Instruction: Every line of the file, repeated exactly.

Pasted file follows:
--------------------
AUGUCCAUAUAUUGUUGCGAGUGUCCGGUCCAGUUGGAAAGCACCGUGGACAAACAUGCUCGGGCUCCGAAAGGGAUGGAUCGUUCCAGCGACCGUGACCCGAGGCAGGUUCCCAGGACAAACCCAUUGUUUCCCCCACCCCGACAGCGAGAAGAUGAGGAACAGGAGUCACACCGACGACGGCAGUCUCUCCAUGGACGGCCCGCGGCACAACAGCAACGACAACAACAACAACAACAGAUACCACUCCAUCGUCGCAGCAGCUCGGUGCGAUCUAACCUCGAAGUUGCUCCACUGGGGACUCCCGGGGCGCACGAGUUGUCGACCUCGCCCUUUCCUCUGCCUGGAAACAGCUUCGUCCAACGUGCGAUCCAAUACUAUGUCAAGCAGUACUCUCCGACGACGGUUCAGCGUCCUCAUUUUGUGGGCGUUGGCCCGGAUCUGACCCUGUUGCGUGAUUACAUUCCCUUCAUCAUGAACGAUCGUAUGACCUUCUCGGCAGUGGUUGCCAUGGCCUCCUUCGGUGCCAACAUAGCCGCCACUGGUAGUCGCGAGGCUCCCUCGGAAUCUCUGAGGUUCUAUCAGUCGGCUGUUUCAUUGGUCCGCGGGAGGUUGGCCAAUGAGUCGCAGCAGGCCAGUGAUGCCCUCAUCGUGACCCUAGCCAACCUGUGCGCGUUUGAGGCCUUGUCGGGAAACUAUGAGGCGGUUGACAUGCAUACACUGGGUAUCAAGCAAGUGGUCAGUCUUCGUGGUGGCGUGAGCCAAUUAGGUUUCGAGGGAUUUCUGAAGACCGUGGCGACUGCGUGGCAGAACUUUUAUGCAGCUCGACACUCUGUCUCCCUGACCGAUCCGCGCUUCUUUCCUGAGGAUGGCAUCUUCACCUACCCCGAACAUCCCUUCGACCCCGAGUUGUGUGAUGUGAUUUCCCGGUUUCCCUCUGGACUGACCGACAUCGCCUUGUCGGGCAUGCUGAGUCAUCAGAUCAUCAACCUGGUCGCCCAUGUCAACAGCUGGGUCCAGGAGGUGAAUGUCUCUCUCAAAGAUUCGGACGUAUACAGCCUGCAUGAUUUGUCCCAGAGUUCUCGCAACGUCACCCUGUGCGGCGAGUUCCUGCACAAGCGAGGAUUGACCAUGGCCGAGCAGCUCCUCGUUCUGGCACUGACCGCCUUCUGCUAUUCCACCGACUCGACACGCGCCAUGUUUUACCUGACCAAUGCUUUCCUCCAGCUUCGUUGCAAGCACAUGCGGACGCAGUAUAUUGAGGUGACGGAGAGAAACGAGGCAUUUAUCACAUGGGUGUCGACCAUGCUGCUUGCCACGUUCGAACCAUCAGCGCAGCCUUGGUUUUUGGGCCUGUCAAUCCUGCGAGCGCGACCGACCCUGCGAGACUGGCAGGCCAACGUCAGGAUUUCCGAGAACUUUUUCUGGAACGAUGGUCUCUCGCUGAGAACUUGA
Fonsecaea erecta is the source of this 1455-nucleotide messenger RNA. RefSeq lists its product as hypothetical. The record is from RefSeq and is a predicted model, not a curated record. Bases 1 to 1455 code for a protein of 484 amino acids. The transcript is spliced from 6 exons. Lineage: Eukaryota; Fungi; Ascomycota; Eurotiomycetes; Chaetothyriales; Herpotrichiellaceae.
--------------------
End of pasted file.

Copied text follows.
AUGUCCAUAUAUUGUUGCGAGUGUCCGGUCCAGUUGGAAAGCACCGUGGACAAACAUGCUCGGGCUCCGAAAGGGAUGGAUCGUUCCAGCGACCGUGACCCGAGGCAGGUUCCCAGGACAAACCCAUUGUUUCCCCCACCCCGACAGCGAGAAGAUGAGGAACAGGAGUCACACCGACGACGGCAGUCUCUCCAUGGACGGCCCGCGGCACAACAGCAACGACAACAACAACAACAACAGAUACCACUCCAUCGUCGCAGCAGCUCGGUGCGAUCUAACCUCGAAGUUGCUCCACUGGGGACUCCCGGGGCGCACGAGUUGUCGACCUCGCCCUUUCCUCUGCCUGGAAACAGCUUCGUCCAACGUGCGAUCCAAUACUAUGUCAAGCAGUACUCUCCGACGACGGUUCAGCGUCCUCAUUUUGUGGGCGUUGGCCCGGAUCUGACCCUGUUGCGUGAUUACAUUCCCUUCAUCAUGAACGAUCGUAUGACCUUCUCGGCAGUGGUUGCCAUGGCCUCCUUCGGUGCCAACAUAGCCGCCACUGGUAGUCGCGAGGCUCCCUCGGAAUCUCUGAGGUUCUAUCAGUCGGCUGUUUCAUUGGUCCGCGGGAGGUUGGCCAAUGAGUCGCAGCAGGCCAGUGAUGCCCUCAUCGUGACCCUAGCCAACCUGUGCGCGUUUGAGGCCUUGUCGGGAAACUAUGAGGCGGUUGACAUGCAUACACUGGGUAUCAAGCAAGUGGUCAGUCUUCGUGGUGGCGUGAGCCAAUUAGGUUUCGAGGGAUUUCUGAAGACCGUGGCGACUGCGUGGCAGAACUUUUAUGCAGCUCGACACUCUGUCUCCCUGACCGAUCCGCGCUUCUUUCCUGAGGAUGGCAUCUUCACCUACCCCGAACAUCCCUUCGACCCCGAGUUGUGUGAUGUGAUUUCCCGGUUUCCCUCUGGACUGACCGACAUCGCCUUGUCGGGCAUGCUGAGUCAUCAGAUCAUCAACCUGGUCGCCCAUGUCAACAGCUGGGUCCAGGAGGUGAAUGUCUCUCUCAAAGAUUCGGACGUAUACAGCCUGCAUGAUUUGUCCCAGAGUUCUCGCAACGUCACCCUGUGCGGCGAGUUCCUGCACAAGCGAGGAUUGACCAUGGCCGAGCAGCUCCUCGUUCUGGCACUGACCGCCUUCUGCUAUUCCACCGACUCGACACGCGCCAUGUUUUACCUGACCAAUGCUUUCCUCCAGCUUCGUUGCAAGCACAUGCGGACGCAGUAUAUUGAGGUGACGGAGAGAAACGAGGCAUUUAUCACAUGGGUGUCGACCAUGCUGCUUGCCACGUUCGAACCAUCAGCGCAGCCUUGGUUUUUGGGCCUGUCAAUCCUGCGAGCGCGACCGACCCUGCGAGACUGGCAGGCCAACGUCAGGAUUUCCGAGAACUUUUUCUGGAACGAUGGUCUCUCGCUGAGAACUUGA
Fonsecaea erecta is the source of this 1455-nucleotide messenger RNA. RefSeq lists its product as hypothetical. The record is from RefSeq and is a predicted model, not a curated record. Bases 1 to 1455 code for a protein of 484 amino acids. The transcript is spliced from 6 exons. Lineage: Eukaryota; Fungi; Ascomycota; Eurotiomycetes; Chaetothyriales; Herpotrichiellaceae.